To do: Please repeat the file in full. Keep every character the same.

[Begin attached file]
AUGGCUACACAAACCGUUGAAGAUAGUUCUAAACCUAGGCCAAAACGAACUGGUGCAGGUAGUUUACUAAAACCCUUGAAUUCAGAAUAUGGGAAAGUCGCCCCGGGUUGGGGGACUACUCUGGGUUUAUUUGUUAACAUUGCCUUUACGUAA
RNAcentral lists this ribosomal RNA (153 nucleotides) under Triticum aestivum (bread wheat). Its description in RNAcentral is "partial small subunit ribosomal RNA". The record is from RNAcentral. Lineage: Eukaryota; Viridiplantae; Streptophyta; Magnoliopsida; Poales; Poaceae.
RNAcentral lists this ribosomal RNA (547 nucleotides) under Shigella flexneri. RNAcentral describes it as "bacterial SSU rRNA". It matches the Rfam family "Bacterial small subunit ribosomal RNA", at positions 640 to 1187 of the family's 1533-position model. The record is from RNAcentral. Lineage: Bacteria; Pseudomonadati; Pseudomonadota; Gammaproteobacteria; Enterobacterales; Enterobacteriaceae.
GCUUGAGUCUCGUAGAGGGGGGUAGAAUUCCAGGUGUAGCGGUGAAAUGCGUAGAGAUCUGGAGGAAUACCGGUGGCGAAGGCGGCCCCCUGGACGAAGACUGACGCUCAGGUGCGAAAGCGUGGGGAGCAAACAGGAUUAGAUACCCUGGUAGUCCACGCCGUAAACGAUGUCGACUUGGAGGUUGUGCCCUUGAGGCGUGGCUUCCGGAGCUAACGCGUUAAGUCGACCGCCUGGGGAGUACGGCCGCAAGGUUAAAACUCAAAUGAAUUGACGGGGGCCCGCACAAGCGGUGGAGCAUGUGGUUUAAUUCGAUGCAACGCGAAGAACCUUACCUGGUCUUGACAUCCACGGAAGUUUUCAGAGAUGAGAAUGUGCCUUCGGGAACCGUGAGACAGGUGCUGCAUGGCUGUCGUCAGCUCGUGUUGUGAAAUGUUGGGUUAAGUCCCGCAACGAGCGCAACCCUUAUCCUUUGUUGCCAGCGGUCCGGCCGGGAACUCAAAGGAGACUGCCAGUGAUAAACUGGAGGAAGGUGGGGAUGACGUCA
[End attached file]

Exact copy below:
AUGGCUACACAAACCGUUGAAGAUAGUUCUAAACCUAGGCCAAAACGAACUGGUGCAGGUAGUUUACUAAAACCCUUGAAUUCAGAAUAUGGGAAAGUCGCCCCGGGUUGGGGGACUACUCUGGGUUUAUUUGUUAACAUUGCCUUUACGUAA
RNAcentral lists this ribosomal RNA (153 nucleotides) under Triticum aestivum (bread wheat). Its description in RNAcentral is "partial small subunit ribosomal RNA". The record is from RNAcentral. Lineage: Eukaryota; Viridiplantae; Streptophyta; Magnoliopsida; Poales; Poaceae.
RNAcentral lists this ribosomal RNA (547 nucleotides) under Shigella flexneri. RNAcentral describes it as "bacterial SSU rRNA". It matches the Rfam family "Bacterial small subunit ribosomal RNA", at positions 640 to 1187 of the family's 1533-position model. The record is from RNAcentral. Lineage: Bacteria; Pseudomonadati; Pseudomonadota; Gammaproteobacteria; Enterobacterales; Enterobacteriaceae.
GCUUGAGUCUCGUAGAGGGGGGUAGAAUUCCAGGUGUAGCGGUGAAAUGCGUAGAGAUCUGGAGGAAUACCGGUGGCGAAGGCGGCCCCCUGGACGAAGACUGACGCUCAGGUGCGAAAGCGUGGGGAGCAAACAGGAUUAGAUACCCUGGUAGUCCACGCCGUAAACGAUGUCGACUUGGAGGUUGUGCCCUUGAGGCGUGGCUUCCGGAGCUAACGCGUUAAGUCGACCGCCUGGGGAGUACGGCCGCAAGGUUAAAACUCAAAUGAAUUGACGGGGGCCCGCACAAGCGGUGGAGCAUGUGGUUUAAUUCGAUGCAACGCGAAGAACCUUACCUGGUCUUGACAUCCACGGAAGUUUUCAGAGAUGAGAAUGUGCCUUCGGGAACCGUGAGACAGGUGCUGCAUGGCUGUCGUCAGCUCGUGUUGUGAAAUGUUGGGUUAAGUCCCGCAACGAGCGCAACCCUUAUCCUUUGUUGCCAGCGGUCCGGCCGGGAACUCAAAGGAGACUGCCAGUGAUAAACUGGAGGAAGGUGGGGAUGACGUCA